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Argentina in default

On 22 May, Argentina failed to make a USD503-million payment of delayed interest on three bonds on the expiry of their grace periods, entering a technical default. On 26 May, both Fitch and S&P Global Ratings moved Argentina to restricted default ratings. The government is restructuring USD66 billion of its sovereign debt with private creditors.

Technical default likely through June. Despite Argentina missing the payment, its Minister of Finance Martín Guzmán continues to negotiate with bondholders and has extended the deadline to reach an agreement until 2 June. Some progress is being made as both creditors and the Argentine authorities have expressed willingness for a degree of compromise. BlackRock, one of the major bondholders, has revealed that it is willing to lower its demand of 58-68% of net present value (NPV) of nominal value to 50-55%. Recent Argentine media reports suggest that the government has improved its proposal to a 45% value. The perceived narrower gap led Argentina's EMBI+ bond spread index to tighten on 26 May by 259 basis points (9.3%) to 2,520 basis points over US Treasuries, closing at 2631 basis points, its lowest level since March. The government is eventually likely to accept an increase from its original target of 40% NPV to 45-50%, and approve a shorter grace period than its proposed three years (see Argentina: 19 May 2020: Bondholders present counterproposals to Argentina's government, increasing likelihood of debt-restructuring agreement, but initial temporary default likely). Negotiations are likely to extend beyond the deadline, prolonging technical default through June-July. IHS Markit's baseline scenario is that the government will ultimately reach a compromise agreement with bondholders to restructure outstanding debt, therefore avoiding a full and protracted default.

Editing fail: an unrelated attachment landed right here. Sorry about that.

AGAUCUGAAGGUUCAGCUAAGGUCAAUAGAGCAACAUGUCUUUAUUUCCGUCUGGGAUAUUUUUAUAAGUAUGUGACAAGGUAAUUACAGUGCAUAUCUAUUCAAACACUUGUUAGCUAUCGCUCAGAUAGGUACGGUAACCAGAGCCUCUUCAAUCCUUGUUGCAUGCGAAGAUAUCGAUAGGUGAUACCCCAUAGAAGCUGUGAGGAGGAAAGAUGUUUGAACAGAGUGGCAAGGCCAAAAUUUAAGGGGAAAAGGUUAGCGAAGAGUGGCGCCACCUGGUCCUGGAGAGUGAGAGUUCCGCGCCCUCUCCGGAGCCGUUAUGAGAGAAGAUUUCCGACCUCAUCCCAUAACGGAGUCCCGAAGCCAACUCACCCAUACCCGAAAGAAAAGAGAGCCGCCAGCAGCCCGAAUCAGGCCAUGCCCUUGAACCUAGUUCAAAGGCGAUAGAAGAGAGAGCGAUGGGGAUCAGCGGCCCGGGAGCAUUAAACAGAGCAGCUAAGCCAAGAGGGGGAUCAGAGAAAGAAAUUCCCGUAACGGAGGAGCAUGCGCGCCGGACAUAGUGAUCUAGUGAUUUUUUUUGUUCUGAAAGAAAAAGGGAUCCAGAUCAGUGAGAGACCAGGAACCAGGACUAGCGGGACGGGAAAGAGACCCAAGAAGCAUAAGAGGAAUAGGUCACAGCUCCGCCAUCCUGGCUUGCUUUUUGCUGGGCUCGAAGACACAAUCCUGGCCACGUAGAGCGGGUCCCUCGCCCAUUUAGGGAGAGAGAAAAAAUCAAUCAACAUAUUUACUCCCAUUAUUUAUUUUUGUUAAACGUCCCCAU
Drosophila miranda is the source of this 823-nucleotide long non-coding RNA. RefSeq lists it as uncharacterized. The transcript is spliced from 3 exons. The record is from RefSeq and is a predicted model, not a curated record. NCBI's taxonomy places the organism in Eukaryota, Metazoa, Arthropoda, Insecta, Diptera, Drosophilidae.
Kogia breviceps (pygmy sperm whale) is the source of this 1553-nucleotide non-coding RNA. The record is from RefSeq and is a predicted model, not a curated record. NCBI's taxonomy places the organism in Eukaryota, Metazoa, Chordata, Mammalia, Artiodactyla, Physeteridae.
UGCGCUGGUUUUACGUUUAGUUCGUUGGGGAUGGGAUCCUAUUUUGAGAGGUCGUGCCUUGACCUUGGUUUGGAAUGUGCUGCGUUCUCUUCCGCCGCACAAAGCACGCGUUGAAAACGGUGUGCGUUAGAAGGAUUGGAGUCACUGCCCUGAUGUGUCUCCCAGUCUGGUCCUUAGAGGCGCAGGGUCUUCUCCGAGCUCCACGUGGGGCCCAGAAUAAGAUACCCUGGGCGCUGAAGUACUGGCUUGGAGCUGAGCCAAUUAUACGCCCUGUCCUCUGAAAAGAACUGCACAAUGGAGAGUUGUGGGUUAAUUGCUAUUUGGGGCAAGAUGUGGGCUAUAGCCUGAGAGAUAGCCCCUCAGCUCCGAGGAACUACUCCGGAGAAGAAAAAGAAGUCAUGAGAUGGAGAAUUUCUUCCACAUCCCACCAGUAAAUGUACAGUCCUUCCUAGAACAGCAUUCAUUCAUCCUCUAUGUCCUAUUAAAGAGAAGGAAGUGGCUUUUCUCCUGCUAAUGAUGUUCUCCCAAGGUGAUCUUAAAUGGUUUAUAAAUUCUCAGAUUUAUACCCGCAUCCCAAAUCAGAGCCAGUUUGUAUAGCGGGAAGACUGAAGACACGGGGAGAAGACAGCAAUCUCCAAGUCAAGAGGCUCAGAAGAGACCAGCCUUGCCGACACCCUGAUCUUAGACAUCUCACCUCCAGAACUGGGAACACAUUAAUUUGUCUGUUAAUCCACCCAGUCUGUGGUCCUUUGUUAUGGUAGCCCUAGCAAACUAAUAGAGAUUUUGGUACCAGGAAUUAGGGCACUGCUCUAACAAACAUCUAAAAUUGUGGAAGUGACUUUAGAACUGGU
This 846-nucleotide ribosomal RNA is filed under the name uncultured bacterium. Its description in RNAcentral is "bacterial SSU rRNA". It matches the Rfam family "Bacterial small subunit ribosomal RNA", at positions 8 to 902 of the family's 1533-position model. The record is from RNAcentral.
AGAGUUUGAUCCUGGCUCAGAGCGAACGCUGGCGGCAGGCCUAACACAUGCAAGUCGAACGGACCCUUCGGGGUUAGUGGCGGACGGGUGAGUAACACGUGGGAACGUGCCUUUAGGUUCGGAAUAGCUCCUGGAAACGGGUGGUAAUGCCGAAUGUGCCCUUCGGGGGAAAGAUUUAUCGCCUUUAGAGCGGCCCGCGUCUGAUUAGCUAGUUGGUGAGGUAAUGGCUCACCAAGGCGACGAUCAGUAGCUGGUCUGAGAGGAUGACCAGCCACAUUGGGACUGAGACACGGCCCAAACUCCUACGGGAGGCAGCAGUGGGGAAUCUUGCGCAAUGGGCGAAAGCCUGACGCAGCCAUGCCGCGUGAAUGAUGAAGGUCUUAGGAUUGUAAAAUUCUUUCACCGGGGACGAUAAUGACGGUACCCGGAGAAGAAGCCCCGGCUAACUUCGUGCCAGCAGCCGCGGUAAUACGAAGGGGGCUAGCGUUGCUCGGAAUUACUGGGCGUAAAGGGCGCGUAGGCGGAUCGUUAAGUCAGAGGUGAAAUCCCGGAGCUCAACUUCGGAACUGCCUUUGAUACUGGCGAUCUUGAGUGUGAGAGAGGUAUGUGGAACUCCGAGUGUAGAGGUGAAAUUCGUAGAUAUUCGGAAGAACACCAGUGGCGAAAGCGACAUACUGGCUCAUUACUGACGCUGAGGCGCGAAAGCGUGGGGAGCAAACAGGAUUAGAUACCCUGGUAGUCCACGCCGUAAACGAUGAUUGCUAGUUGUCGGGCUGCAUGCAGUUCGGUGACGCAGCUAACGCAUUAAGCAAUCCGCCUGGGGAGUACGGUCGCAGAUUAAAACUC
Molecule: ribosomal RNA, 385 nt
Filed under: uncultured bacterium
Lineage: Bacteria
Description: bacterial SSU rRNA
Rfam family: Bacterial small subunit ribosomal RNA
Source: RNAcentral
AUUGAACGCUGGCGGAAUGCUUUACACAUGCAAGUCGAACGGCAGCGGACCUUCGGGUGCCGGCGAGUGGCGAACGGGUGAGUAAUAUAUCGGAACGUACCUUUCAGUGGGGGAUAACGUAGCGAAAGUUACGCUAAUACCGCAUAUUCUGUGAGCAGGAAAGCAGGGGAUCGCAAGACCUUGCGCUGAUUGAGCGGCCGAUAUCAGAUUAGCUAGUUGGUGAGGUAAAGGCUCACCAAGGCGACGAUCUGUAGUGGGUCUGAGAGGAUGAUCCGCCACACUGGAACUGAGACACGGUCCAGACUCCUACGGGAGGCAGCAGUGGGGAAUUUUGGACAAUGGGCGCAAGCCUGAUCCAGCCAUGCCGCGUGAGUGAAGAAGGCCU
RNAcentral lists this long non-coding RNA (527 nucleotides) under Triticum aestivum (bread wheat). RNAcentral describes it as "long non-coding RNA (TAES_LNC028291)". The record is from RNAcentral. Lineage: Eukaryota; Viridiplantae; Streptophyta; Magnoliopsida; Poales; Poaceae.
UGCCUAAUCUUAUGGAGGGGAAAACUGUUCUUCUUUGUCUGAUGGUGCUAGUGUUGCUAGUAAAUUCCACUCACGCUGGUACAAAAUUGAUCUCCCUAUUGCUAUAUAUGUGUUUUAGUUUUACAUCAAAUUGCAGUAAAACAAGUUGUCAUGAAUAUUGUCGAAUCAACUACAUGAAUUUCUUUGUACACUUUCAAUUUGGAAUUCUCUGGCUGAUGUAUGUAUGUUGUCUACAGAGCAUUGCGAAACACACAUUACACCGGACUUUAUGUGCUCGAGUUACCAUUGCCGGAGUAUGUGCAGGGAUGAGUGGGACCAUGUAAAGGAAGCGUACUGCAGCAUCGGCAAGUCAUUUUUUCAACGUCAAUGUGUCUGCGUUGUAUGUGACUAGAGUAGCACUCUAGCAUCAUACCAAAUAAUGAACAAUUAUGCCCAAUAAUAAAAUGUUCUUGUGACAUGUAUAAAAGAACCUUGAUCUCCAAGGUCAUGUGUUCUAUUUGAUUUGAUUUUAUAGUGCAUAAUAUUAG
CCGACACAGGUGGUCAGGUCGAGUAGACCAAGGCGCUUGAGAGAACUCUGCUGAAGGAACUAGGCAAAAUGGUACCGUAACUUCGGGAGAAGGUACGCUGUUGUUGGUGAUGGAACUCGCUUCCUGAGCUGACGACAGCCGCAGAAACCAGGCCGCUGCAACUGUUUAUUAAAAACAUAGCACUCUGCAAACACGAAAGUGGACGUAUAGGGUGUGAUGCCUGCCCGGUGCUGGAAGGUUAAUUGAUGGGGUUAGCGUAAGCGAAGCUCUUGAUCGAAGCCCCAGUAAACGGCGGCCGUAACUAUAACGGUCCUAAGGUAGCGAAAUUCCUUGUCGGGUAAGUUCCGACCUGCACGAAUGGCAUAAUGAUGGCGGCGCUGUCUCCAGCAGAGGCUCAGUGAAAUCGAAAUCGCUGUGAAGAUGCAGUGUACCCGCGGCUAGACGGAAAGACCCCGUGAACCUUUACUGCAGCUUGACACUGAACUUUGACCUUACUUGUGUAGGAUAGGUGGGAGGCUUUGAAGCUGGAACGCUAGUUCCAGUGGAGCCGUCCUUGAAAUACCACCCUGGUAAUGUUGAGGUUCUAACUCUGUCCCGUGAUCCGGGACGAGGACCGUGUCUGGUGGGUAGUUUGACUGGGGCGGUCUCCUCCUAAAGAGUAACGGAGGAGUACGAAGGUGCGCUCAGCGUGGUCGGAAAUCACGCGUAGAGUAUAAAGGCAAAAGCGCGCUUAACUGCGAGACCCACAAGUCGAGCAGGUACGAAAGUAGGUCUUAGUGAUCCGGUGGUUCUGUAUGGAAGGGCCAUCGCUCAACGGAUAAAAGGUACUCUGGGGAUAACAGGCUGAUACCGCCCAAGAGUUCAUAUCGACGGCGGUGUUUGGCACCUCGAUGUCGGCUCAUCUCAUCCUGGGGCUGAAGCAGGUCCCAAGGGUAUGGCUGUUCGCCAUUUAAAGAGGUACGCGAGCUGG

President Alberto Fernández is likely to come out of the situation strengthened, but protests and strike risks will increase if future debt-service arrangements force the government to impose spending cuts. Reaching a settlement with bondholders is likely to further boost Fernández's popularity, which now stands at around 80%, according to some polls, after successful management of the coronavirus disease 2019 (COVID-19)-virus outbreak. Strict confinement measures imposed early during the pandemic have helped to contain the spread of the virus and have received cross-party support, permitting the gradual reopening of the economy. COVID-19-virus-related policy has enabled Fernández to present himself, rather than Vice-President Cristina Fernández de Kirchner (CFK), as controlling the government policy agenda and that he is leading a united Peronist coalition. His pledge to prioritise reducing poverty and hunger over servicing debt and to not implement austerity measures has contributed to a "truce" with unions and social organisations, which have so far supported the government and eased back on protests and salary demands. However, reaching a debt-restructuring agreement with a shortened grace period would give the government less leeway to finance social programmes needed during the current recession, deepened by the COVID-19-virus spread; IHS Markit forecasts an 8% GDP contraction in 2020, with further downgrades likely. If an eventual deal with bond creditors translates into spending cuts and austerity measures, it would be likely to trigger protests and strikes towards late 2020. Cuts in social programmes would also create frictions between the government and the Kirchnerist faction of the ruling coalition Frente de Todos (Everybody's Front), threatening the cohesion of the bloc.